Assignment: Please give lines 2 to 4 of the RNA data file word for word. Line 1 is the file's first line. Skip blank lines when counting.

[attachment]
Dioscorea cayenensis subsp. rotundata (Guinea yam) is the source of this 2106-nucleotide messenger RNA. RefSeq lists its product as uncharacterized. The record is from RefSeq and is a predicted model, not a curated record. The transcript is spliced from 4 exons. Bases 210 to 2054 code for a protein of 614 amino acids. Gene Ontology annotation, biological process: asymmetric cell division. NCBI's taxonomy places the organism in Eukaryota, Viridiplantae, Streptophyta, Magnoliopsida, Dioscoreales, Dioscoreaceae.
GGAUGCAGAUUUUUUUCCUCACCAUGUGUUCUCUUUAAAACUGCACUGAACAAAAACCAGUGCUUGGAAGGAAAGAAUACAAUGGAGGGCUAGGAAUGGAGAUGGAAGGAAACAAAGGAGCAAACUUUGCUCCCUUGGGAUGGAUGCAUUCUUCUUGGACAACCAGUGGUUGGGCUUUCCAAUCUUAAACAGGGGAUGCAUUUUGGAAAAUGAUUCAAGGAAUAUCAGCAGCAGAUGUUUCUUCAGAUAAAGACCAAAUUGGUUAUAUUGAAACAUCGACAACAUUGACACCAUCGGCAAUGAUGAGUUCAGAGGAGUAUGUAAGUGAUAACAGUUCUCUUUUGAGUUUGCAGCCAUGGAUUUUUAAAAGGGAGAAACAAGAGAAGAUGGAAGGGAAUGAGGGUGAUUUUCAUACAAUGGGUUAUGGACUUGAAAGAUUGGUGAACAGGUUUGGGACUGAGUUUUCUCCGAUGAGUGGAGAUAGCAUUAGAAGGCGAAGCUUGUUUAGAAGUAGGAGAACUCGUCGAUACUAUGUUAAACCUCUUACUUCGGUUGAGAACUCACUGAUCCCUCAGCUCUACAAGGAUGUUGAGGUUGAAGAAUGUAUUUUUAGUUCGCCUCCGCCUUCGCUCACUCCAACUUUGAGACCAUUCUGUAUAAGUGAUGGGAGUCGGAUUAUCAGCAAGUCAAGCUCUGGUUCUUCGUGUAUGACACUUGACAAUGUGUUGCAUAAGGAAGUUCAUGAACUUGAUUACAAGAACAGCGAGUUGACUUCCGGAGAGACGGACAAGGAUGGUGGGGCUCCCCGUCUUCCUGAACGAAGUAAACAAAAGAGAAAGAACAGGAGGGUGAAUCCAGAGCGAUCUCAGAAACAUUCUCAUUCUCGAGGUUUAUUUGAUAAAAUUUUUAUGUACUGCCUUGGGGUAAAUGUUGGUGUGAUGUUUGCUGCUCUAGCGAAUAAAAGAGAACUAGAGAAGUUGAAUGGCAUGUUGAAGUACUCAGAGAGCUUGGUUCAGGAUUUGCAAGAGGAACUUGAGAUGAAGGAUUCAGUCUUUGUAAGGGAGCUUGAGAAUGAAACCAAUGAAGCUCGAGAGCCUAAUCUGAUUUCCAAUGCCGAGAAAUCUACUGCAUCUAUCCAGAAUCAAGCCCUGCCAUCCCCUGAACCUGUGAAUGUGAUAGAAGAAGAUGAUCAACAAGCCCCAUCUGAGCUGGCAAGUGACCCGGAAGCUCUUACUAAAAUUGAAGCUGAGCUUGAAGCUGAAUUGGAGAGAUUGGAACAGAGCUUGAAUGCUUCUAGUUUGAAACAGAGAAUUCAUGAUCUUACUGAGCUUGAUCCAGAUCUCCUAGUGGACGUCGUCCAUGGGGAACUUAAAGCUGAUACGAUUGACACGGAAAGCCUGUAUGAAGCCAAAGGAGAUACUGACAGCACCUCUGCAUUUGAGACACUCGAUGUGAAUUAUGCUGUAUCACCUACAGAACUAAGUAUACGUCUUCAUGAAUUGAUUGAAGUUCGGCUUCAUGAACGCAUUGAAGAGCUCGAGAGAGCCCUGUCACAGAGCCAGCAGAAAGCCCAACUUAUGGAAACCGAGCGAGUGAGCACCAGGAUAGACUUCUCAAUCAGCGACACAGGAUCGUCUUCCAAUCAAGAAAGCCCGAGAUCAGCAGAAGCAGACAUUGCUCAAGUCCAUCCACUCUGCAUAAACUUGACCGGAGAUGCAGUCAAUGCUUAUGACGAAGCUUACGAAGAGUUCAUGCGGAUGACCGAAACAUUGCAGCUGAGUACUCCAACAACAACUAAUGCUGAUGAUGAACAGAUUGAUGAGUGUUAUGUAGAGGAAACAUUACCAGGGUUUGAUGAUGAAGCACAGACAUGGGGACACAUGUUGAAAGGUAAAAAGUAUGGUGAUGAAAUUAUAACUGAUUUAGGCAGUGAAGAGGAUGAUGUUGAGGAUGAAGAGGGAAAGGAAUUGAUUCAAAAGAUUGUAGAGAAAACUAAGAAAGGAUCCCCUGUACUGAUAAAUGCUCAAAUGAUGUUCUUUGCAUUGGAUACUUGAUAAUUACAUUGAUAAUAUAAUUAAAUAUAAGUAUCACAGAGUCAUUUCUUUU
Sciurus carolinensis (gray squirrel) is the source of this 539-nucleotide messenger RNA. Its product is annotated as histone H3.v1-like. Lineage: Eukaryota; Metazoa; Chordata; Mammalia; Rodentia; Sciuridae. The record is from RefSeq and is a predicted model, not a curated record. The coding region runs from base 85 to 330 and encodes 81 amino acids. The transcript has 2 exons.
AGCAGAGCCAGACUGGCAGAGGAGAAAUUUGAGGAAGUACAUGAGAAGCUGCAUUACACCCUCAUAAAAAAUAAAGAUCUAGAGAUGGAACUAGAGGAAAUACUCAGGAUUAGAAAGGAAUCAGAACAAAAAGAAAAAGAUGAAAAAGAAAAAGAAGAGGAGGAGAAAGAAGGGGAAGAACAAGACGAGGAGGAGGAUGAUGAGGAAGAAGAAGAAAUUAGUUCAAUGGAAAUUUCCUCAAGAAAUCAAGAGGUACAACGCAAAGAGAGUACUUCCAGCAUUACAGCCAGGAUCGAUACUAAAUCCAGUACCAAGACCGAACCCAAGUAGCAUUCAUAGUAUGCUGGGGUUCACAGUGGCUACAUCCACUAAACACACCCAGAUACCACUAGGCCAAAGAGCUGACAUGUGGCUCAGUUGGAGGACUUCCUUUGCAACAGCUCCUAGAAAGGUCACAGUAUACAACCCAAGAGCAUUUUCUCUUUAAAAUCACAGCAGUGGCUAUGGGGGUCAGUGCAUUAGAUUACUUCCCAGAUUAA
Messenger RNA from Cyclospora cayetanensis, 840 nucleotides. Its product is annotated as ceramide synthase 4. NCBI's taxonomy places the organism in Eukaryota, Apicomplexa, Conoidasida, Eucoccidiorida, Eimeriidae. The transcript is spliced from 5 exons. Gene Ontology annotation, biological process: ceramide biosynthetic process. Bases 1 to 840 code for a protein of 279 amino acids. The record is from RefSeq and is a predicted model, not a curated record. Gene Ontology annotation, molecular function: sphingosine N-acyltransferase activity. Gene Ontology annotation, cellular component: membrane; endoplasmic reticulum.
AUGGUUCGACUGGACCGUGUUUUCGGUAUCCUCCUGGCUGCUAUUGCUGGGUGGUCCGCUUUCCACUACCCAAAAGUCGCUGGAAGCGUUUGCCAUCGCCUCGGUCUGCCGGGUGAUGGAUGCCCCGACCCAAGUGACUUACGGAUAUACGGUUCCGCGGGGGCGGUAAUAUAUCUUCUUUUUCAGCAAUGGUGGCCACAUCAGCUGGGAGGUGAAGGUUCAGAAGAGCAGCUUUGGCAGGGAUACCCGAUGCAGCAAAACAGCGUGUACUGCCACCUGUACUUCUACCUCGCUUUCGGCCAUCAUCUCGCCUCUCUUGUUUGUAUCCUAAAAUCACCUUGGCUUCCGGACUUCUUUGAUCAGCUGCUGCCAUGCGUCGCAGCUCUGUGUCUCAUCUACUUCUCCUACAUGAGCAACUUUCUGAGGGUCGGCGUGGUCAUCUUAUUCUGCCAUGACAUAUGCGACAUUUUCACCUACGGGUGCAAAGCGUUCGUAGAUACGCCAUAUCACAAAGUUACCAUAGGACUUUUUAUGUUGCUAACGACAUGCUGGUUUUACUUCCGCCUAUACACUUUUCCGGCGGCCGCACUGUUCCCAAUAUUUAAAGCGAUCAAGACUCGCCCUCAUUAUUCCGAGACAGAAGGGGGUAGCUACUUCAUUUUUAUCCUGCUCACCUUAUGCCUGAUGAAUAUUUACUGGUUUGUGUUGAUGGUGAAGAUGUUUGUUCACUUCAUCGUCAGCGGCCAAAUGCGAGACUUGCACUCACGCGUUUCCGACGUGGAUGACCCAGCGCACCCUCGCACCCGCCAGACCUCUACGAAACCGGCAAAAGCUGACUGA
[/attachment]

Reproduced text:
GGAUGCAGAUUUUUUUCCUCACCAUGUGUUCUCUUUAAAACUGCACUGAACAAAAACCAGUGCUUGGAAGGAAAGAAUACAAUGGAGGGCUAGGAAUGGAGAUGGAAGGAAACAAAGGAGCAAACUUUGCUCCCUUGGGAUGGAUGCAUUCUUCUUGGACAACCAGUGGUUGGGCUUUCCAAUCUUAAACAGGGGAUGCAUUUUGGAAAAUGAUUCAAGGAAUAUCAGCAGCAGAUGUUUCUUCAGAUAAAGACCAAAUUGGUUAUAUUGAAACAUCGACAACAUUGACACCAUCGGCAAUGAUGAGUUCAGAGGAGUAUGUAAGUGAUAACAGUUCUCUUUUGAGUUUGCAGCCAUGGAUUUUUAAAAGGGAGAAACAAGAGAAGAUGGAAGGGAAUGAGGGUGAUUUUCAUACAAUGGGUUAUGGACUUGAAAGAUUGGUGAACAGGUUUGGGACUGAGUUUUCUCCGAUGAGUGGAGAUAGCAUUAGAAGGCGAAGCUUGUUUAGAAGUAGGAGAACUCGUCGAUACUAUGUUAAACCUCUUACUUCGGUUGAGAACUCACUGAUCCCUCAGCUCUACAAGGAUGUUGAGGUUGAAGAAUGUAUUUUUAGUUCGCCUCCGCCUUCGCUCACUCCAACUUUGAGACCAUUCUGUAUAAGUGAUGGGAGUCGGAUUAUCAGCAAGUCAAGCUCUGGUUCUUCGUGUAUGACACUUGACAAUGUGUUGCAUAAGGAAGUUCAUGAACUUGAUUACAAGAACAGCGAGUUGACUUCCGGAGAGACGGACAAGGAUGGUGGGGCUCCCCGUCUUCCUGAACGAAGUAAACAAAAGAGAAAGAACAGGAGGGUGAAUCCAGAGCGAUCUCAGAAACAUUCUCAUUCUCGAGGUUUAUUUGAUAAAAUUUUUAUGUACUGCCUUGGGGUAAAUGUUGGUGUGAUGUUUGCUGCUCUAGCGAAUAAAAGAGAACUAGAGAAGUUGAAUGGCAUGUUGAAGUACUCAGAGAGCUUGGUUCAGGAUUUGCAAGAGGAACUUGAGAUGAAGGAUUCAGUCUUUGUAAGGGAGCUUGAGAAUGAAACCAAUGAAGCUCGAGAGCCUAAUCUGAUUUCCAAUGCCGAGAAAUCUACUGCAUCUAUCCAGAAUCAAGCCCUGCCAUCCCCUGAACCUGUGAAUGUGAUAGAAGAAGAUGAUCAACAAGCCCCAUCUGAGCUGGCAAGUGACCCGGAAGCUCUUACUAAAAUUGAAGCUGAGCUUGAAGCUGAAUUGGAGAGAUUGGAACAGAGCUUGAAUGCUUCUAGUUUGAAACAGAGAAUUCAUGAUCUUACUGAGCUUGAUCCAGAUCUCCUAGUGGACGUCGUCCAUGGGGAACUUAAAGCUGAUACGAUUGACACGGAAAGCCUGUAUGAAGCCAAAGGAGAUACUGACAGCACCUCUGCAUUUGAGACACUCGAUGUGAAUUAUGCUGUAUCACCUACAGAACUAAGUAUACGUCUUCAUGAAUUGAUUGAAGUUCGGCUUCAUGAACGCAUUGAAGAGCUCGAGAGAGCCCUGUCACAGAGCCAGCAGAAAGCCCAACUUAUGGAAACCGAGCGAGUGAGCACCAGGAUAGACUUCUCAAUCAGCGACACAGGAUCGUCUUCCAAUCAAGAAAGCCCGAGAUCAGCAGAAGCAGACAUUGCUCAAGUCCAUCCACUCUGCAUAAACUUGACCGGAGAUGCAGUCAAUGCUUAUGACGAAGCUUACGAAGAGUUCAUGCGGAUGACCGAAACAUUGCAGCUGAGUACUCCAACAACAACUAAUGCUGAUGAUGAACAGAUUGAUGAGUGUUAUGUAGAGGAAACAUUACCAGGGUUUGAUGAUGAAGCACAGACAUGGGGACACAUGUUGAAAGGUAAAAAGUAUGGUGAUGAAAUUAUAACUGAUUUAGGCAGUGAAGAGGAUGAUGUUGAGGAUGAAGAGGGAAAGGAAUUGAUUCAAAAGAUUGUAGAGAAAACUAAGAAAGGAUCCCCUGUACUGAUAAAUGCUCAAAUGAUGUUCUUUGCAUUGGAUACUUGAUAAUUACAUUGAUAAUAUAAUUAAAUAUAAGUAUCACAGAGUCAUUUCUUUU
Sciurus carolinensis (gray squirrel) is the source of this 539-nucleotide messenger RNA. Its product is annotated as histone H3.v1-like. Lineage: Eukaryota; Metazoa; Chordata; Mammalia; Rodentia; Sciuridae. The record is from RefSeq and is a predicted model, not a curated record. The coding region runs from base 85 to 330 and encodes 81 amino acids. The transcript has 2 exons.
AGCAGAGCCAGACUGGCAGAGGAGAAAUUUGAGGAAGUACAUGAGAAGCUGCAUUACACCCUCAUAAAAAAUAAAGAUCUAGAGAUGGAACUAGAGGAAAUACUCAGGAUUAGAAAGGAAUCAGAACAAAAAGAAAAAGAUGAAAAAGAAAAAGAAGAGGAGGAGAAAGAAGGGGAAGAACAAGACGAGGAGGAGGAUGAUGAGGAAGAAGAAGAAAUUAGUUCAAUGGAAAUUUCCUCAAGAAAUCAAGAGGUACAACGCAAAGAGAGUACUUCCAGCAUUACAGCCAGGAUCGAUACUAAAUCCAGUACCAAGACCGAACCCAAGUAGCAUUCAUAGUAUGCUGGGGUUCACAGUGGCUACAUCCACUAAACACACCCAGAUACCACUAGGCCAAAGAGCUGACAUGUGGCUCAGUUGGAGGACUUCCUUUGCAACAGCUCCUAGAAAGGUCACAGUAUACAACCCAAGAGCAUUUUCUCUUUAAAAUCACAGCAGUGGCUAUGGGGGUCAGUGCAUUAGAUUACUUCCCAGAUUAA